Tall and straight, I remember that. When he walked into a room, something changed. There was a spirit about him. You could see right away this was no ordinary man. One did not need to hear of his achievements, honors, or victories in life to know without a doubt you were in the presence of an extraordinary man.
The woman at his side was lloved. That was clear. They moved in concert and when his eyes focused on her they flashed with excitement born of a multitude of years together.
He always took your hand in both of his. From the first time – to the last time. It was a gesture of respect, of llove, of gentleness. He often leaned closer, as if to say, “You are important to me. Your friendship is valuable to me. I’m glad you’re in my life.”
When pressed he spoke of many things. He was particularly proud of his military service for the United States of America; a pilot, an officer, and a gentleman. He spoke fondly of flying the Enola Gay, one of the well-known aircraft of World War II. He spoke with the same enthusiasm about the old tractor he had restored and used to mow the expansive front lawn where he resided.
His home was filled with treasures. Their value on the open market may have been small or great, but they were the mementoes of his life, and he cherished the memories of times and places that made up the history of his years. Walking through the rooms as he pointed and mused, one could only imagine the events that had structured his character and proved his mettle.
He could build beautiful furniture from discarded and broken pieces of wood, reshape metal until it was called art, and carry on a conversation of which you wanted to be part. He knew history, and engineering, geology, and mines, and could adequately discern the meaning of Scripture and its application to the circumstance at hand.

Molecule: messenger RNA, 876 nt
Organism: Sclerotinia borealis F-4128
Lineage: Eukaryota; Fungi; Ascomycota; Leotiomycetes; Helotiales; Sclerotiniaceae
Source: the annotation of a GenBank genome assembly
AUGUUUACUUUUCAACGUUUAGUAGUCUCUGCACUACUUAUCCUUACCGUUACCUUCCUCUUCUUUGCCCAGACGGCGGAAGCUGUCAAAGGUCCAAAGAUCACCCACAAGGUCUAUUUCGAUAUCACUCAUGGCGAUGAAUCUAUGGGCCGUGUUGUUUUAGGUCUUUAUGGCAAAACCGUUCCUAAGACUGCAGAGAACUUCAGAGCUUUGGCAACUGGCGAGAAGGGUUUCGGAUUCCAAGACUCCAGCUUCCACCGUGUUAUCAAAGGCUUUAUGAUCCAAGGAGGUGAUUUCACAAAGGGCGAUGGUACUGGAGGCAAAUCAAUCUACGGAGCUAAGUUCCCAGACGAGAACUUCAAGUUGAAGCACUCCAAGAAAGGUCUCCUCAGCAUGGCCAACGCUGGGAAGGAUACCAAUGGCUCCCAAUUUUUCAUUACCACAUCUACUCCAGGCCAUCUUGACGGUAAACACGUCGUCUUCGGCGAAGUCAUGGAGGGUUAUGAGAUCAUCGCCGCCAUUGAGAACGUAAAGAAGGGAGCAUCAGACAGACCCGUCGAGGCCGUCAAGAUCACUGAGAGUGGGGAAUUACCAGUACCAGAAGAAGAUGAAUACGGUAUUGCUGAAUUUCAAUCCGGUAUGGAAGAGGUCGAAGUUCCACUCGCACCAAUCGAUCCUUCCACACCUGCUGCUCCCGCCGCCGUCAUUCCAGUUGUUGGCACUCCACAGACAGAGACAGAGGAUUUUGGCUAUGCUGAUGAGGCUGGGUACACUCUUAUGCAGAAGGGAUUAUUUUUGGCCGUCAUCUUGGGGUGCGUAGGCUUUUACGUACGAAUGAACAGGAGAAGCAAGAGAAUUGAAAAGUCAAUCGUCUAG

He was at his best in the presence of Evelyn. Of all the things that thrilled his heart and mind, she was at the top of the list. When she shared of their meeting and the early years of romance and courtship, he hung on every word, remembering, re-living, enjoying again the past and anticipating the future. They had reached the pinnacle where two become one, and Vern lloved it.
He was a man of God. That much was never doubted. He served his Church as a deacon, cut straight the Word of God and stored his treasure where his heart was. His faithfulness was envied, his commitment seldom matched, and his openness and warmth drew others around him, for there people could see God.
In the few years I knew him, we touched each other’s life. We spoke of many things and we mentored one another. I watched him from a distance; and I watched him up close. He never changed. Running through the cold mist of a winter day waving as I drove by, or standing tall at the back of the little Church where guests were making decisions about whether to return, he was God’s man, strong and gentle, wise and bright. I’m sure he lloved me; and I him. There is no greater gift.